Every few years, my dad and stepmom get all of their family together for Thanksgiving. For our first gathering, we stayed in Tahoe. I remember taking a really long and wonderful walk with my stepmom and sitting in the hot tub under the stars with my niece. The second time, we went to Santa Barbara. It was warm and beautiful, even though one of my stepmom’s sons and his family couldn’t be there. It was also my first holiday season dealing with anxiety. This past year, we visited Ojai. We stayed in a big, old mansion that was built in the 1920s. Everyone was there. I got to see two of my friends and go on a beautiful hike with my partner, niece and nephew. I even got spit on by a miniature alpaca. There are a lot of things about getting together with my family that are awesome. This year, some of us volunteered to paint at Habitat for Humanity, and I got to spend time wearing a pair of coveralls that made me feel like I was about to land on the moon. But there are also some things that are hard. It can be difficult to realize what you need before something happens when you’re struggling with anxiety, and it can also be a scary or difficult conversation to voice those needs to loved ones. Part of why mental health is so stigmatized is that it’s treated as though the person who is dealing with symptoms is doing so purposefully, and thus, their bad mood, sleeping in late or struggle to enjoy themselves is taken personally. For those of you who have experienced it, you may know the fear of judgment that comes when you have to talk about your mental health. It can be so hard to speak up when you need to. One of the things that is particularly hard for me is creating opportunities for myself to be alone and articulating what I need. I struggle to have conversations with my family about how the physical environment, or the feeling that I need to be present with everyone at all times, has a severe impact on my mental health. I also struggle with thinking things out ahead of time. In retrospect, if I had spent some time preparing myself and thinking about what it could, or would be like, during each part of the trip, I could have done certain things differently or not done them at all. I love being with my family, but this past family gathering, I wish that I had been more proactive both before and during the trip. I learned a lot of lessons during that trip about what does and does not work for me, why it’s so important to think ahead, and the ways anxiety influences me even when I’m not conscious of it. Sometimes the combination of anxiety and my natural tendencies leads me to make what I consider to be bad choices, or to be a not-so-great partner, sister or daughter. After those moments, I realize I have to learn from, and think about, the little ways in which anxiety works within me so that I can continue to grow in all of the roles I fill. Managing anxiety is a part of how I take responsibility for my own actions, good or bad, because it’s not the anxiety itself that leads to a choice, it’s the way I react to those feelings of anxiety and my thought processes around it. The next time I have a big gathering, I plan to use the following six tips as a guide to make sure that I don’t end up in tears, feel overwhelmed or miss sleep because of anxiety. 1. Be proactive and think ahead. Set aside some time beforehand to really think about all aspects of a gathering or a trip. What things have the potential to make you feel anxious? What’s the best case response to that feeling of anxiety? What do you think is your most likely response? How can you arrange things to minimize triggers? What strategies can you use to help feel less anxious both before and during the gathering? As I mentioned before, I wish I had been proactive and thought ahead during my last trip, not only because it would have been a better experience for me, but for my partner and my family as well. 2. Schedule quiet time. If you’re a person like me who is sensitive to light and sound, 15 people at the same dinner table or in the same living room as you is overwhelming. I can handle the chaos once, but not multiple times a day for three to four days in a row. The cumulative effect of constant overstimulation is difficult. During my last trip, I became so overwhelmed by the volume and amount of conversations, I spent the whole week taking a steady stream of Advil to manage the headache. I should have purposefully set aside some quiet time for myself, not just a minute here and there whenever I could find it, because that didn’t seem to cut it. So, in the future, I’m going to make sure I carve out time for myself each day to be in a quiet space and away from others. 3. Remember to practice your positive coping strategies. I didn’t bring my yoga gear this past trip because I had no idea what my schedule would be like, and I really regretted it. We went for a hike, which was awesome and gave me a boost of endorphins, but I was basically sedentary for the next four days. Not only was I physically feeling the lack of movement, but my emotional shields became depleted by the time we left because I hadn’t had much time to myself to recharge and work through the things that were bothering me and causing anxiety. And in the future, when I remember to bring my yoga gear but I’m not able to practice, I want to remember to meditate in order to have more consistency and provide myself with an intentional, quiet space every day. 4. Plan an escape route. I’m not advocating suddenly leaving or cutting your trip short, although there is nothing wrong with that if that is what you need. Since it is hard for me to tell my family in the moment that I need space, next time I plan on setting aside some time before the trip to talk to them about my needs and make a plan for some breathing room so that we can all have the expectation of not being together at all times. 5. Speak up. A lesson I am continually learning is how important it is to communicate and set expectations with others. In overwhelming moments, I wish I could say something, but I normally end up waiting until things are pretty bad, like crying in our bedroom each afternoon “bad,” before I say anything — and my crying starts speaking for me at that point. But even then, this past trip, I didn’t say anything to my family. The only ones who really knew what was going on were my partner and my sister. I talk to both of them a lot about how it’s easier, better and less stressful to speak up before you’re at your breaking point; and every time, they’re right. So I’m working on it. 6. Give yourself a break. My partner is always so good at helping me put anxiety into perspective and to not equate anxiety-driven decision with who I am as a person. I’m really hard on myself, and I often don’t look at the whole picture before I start feeling guilty or having regrets and ruminating on those unhealthy feelings. My partner helps me balance taking ownership of my behavior while giving myself permission to make mistakes and move on. He holds me accountable and gives me the space to reflect and make better choices next time. I’m learning how to do this for myself, but it’s hard work. I just keep thinking about what my sister said to me, “Take all of the compassion you feel for [other anxious people] and turn it toward yourself when you are feeling anxious.” She is totally right. When I’m feeling anxious, I have a tendency to be even harder on myself than normal. While I don’t want to let myself off the hook when I do make a mistake or a bad decision, I want to be able to learn and move forward. I have to remember to give myself a break and that I’m not perfect. I have to allow myself to do whatever I need to feel better, even if that means temporarily disappointing some people, or myself. We want to hear your story. Become a Mighty contributor here . Thinkstock photo via monkeybusinessimages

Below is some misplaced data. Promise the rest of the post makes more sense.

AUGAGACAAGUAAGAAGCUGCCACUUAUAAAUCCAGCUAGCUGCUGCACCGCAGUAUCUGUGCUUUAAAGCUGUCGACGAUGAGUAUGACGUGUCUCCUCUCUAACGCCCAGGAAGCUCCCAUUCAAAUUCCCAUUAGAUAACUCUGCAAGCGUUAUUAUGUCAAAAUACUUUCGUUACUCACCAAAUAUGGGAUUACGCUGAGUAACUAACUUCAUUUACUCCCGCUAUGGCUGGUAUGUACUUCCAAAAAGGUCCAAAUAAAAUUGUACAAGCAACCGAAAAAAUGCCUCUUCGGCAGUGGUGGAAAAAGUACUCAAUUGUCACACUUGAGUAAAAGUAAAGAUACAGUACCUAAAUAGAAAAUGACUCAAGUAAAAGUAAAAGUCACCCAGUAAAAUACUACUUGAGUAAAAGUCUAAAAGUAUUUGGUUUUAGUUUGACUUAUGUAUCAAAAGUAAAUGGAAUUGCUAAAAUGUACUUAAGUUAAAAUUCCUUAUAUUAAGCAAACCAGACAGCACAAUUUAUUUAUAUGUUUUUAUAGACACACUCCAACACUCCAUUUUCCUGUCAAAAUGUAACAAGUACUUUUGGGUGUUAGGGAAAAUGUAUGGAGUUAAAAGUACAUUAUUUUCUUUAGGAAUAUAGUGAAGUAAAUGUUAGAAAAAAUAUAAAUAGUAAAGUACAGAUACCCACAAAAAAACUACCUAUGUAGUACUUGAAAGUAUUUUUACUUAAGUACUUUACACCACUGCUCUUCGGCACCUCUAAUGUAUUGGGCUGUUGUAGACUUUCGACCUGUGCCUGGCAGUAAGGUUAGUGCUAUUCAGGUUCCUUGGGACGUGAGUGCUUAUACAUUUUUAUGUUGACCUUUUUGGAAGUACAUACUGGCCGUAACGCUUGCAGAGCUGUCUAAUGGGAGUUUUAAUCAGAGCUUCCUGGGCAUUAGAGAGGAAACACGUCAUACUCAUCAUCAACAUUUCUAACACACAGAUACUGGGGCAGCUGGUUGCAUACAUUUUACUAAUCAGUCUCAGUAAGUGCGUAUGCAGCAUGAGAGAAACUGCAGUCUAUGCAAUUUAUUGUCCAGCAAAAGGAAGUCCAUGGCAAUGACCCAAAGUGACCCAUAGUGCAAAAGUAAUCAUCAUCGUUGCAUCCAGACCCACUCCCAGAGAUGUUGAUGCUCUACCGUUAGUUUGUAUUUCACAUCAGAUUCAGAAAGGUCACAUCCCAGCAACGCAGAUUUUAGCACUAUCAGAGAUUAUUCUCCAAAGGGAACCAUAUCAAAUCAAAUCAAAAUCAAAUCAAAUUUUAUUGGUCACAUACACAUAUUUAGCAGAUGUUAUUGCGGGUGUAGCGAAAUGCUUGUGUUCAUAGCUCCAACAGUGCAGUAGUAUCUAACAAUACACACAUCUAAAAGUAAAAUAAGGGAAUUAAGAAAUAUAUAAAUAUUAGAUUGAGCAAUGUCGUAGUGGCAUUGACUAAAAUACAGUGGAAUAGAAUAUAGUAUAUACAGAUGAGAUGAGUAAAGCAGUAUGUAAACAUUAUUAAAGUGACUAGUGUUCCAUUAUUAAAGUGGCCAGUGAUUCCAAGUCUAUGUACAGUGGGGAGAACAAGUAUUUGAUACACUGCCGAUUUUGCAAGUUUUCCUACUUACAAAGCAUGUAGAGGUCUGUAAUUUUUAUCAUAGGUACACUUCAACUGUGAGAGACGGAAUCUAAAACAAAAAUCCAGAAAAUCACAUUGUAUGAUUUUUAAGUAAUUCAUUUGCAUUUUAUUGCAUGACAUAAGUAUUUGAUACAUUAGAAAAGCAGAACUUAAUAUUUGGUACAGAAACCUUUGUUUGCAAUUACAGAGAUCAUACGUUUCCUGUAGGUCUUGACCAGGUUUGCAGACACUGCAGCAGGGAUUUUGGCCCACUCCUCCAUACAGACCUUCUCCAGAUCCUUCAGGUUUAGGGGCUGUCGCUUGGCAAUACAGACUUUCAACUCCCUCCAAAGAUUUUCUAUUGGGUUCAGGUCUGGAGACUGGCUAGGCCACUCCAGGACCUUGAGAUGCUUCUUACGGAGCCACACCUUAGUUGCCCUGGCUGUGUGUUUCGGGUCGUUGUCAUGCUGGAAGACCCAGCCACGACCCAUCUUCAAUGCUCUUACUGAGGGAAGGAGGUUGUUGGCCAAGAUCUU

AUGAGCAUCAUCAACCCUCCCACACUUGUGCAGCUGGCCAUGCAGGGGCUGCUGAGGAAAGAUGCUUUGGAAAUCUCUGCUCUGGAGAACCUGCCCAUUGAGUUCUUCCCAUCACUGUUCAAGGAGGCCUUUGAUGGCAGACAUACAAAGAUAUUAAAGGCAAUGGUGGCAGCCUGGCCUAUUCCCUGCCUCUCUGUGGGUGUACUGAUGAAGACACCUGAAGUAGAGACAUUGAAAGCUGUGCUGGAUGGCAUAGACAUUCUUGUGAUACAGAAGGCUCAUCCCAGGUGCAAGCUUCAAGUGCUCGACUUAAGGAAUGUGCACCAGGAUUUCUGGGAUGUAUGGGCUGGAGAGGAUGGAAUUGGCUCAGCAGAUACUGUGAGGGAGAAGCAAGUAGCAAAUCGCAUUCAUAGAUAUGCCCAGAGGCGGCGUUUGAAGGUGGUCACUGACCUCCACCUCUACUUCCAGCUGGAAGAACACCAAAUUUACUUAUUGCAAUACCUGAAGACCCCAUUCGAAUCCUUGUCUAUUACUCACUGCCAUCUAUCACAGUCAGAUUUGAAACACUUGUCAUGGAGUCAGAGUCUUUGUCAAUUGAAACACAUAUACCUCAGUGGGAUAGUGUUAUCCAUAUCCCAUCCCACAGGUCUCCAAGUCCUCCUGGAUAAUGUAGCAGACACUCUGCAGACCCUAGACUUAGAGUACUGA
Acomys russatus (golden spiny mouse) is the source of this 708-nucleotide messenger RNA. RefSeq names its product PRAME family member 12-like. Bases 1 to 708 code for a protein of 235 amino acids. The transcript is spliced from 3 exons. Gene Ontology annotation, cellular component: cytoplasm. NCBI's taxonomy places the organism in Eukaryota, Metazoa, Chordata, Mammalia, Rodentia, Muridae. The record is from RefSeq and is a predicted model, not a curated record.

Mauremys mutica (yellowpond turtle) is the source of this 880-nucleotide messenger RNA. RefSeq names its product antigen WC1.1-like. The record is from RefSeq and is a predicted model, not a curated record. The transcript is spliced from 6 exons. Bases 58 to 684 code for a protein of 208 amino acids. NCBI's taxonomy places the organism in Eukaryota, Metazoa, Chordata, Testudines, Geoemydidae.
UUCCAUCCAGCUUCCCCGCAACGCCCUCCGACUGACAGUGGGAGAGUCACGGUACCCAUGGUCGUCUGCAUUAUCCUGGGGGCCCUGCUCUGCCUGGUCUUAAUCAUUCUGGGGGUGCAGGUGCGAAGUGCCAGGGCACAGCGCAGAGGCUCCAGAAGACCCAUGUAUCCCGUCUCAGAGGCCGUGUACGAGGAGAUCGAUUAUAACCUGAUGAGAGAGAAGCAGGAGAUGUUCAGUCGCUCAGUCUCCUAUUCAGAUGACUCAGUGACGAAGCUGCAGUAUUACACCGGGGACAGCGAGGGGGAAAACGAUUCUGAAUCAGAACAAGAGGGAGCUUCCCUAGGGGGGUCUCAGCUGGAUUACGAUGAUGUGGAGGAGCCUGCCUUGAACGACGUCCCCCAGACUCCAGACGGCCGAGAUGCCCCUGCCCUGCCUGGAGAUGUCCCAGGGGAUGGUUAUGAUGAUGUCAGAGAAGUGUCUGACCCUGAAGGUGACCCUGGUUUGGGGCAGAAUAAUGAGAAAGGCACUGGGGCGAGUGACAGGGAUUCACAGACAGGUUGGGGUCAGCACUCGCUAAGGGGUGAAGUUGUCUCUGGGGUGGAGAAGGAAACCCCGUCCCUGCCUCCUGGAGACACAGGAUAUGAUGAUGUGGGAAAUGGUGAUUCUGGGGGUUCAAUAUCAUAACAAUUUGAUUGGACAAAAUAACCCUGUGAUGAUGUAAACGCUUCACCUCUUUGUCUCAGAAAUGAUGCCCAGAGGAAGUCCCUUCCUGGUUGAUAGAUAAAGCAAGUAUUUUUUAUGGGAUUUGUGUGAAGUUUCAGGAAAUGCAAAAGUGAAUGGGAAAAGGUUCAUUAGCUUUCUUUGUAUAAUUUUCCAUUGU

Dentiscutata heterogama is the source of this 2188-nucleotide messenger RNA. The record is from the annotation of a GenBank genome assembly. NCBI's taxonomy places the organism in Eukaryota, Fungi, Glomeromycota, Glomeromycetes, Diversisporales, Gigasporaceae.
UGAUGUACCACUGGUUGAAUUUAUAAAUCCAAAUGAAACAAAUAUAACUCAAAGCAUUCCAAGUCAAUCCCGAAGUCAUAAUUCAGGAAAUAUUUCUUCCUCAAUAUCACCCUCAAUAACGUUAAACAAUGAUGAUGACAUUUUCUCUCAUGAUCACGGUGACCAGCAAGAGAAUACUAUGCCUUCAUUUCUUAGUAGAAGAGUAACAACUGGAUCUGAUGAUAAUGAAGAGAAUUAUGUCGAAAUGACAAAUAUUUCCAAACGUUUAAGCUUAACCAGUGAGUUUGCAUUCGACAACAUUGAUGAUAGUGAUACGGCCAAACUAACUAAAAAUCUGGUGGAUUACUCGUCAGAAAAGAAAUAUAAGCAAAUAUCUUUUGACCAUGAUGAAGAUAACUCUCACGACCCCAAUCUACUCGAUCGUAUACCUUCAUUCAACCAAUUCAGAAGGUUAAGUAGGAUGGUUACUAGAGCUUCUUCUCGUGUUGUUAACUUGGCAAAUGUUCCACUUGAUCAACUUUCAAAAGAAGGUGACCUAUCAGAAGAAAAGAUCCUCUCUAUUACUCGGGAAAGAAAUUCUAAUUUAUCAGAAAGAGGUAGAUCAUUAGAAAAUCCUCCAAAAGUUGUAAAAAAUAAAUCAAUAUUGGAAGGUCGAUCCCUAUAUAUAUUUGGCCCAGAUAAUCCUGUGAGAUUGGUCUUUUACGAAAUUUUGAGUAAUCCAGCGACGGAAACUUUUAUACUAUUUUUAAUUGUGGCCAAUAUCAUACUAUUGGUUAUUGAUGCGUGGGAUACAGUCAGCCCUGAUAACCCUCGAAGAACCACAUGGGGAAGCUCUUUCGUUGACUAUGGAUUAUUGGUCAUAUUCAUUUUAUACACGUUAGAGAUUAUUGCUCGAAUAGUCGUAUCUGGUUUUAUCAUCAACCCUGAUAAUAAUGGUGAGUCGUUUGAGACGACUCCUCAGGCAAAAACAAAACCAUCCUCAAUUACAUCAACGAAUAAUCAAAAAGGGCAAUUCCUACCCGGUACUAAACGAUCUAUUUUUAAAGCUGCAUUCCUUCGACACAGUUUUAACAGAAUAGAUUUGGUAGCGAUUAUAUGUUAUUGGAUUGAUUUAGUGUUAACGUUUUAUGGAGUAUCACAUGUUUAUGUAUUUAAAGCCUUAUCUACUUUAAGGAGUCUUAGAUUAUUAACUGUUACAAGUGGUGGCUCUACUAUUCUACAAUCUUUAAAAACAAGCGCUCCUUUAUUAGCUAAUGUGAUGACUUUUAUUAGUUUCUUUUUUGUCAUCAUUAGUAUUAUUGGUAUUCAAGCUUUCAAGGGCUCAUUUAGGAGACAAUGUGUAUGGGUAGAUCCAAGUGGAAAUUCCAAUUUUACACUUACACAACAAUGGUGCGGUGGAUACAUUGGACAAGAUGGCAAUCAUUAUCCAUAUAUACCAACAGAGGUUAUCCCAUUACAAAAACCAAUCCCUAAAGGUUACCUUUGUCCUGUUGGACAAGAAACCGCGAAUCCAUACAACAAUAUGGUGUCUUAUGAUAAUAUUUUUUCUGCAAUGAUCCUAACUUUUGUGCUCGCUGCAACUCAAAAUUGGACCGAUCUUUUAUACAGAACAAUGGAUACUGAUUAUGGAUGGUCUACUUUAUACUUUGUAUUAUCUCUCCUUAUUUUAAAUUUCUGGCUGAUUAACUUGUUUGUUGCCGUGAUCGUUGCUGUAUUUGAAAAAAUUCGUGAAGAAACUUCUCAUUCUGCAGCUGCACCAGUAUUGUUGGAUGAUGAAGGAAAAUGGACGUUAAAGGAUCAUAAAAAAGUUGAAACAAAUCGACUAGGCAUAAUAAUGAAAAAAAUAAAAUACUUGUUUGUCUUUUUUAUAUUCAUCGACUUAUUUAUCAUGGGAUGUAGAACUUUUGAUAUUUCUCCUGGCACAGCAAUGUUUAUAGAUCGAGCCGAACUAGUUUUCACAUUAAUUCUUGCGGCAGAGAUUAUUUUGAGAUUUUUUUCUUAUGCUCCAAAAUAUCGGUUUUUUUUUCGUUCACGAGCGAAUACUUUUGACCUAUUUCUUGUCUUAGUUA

How My Dog Helps My Anxiety and Panic Attacks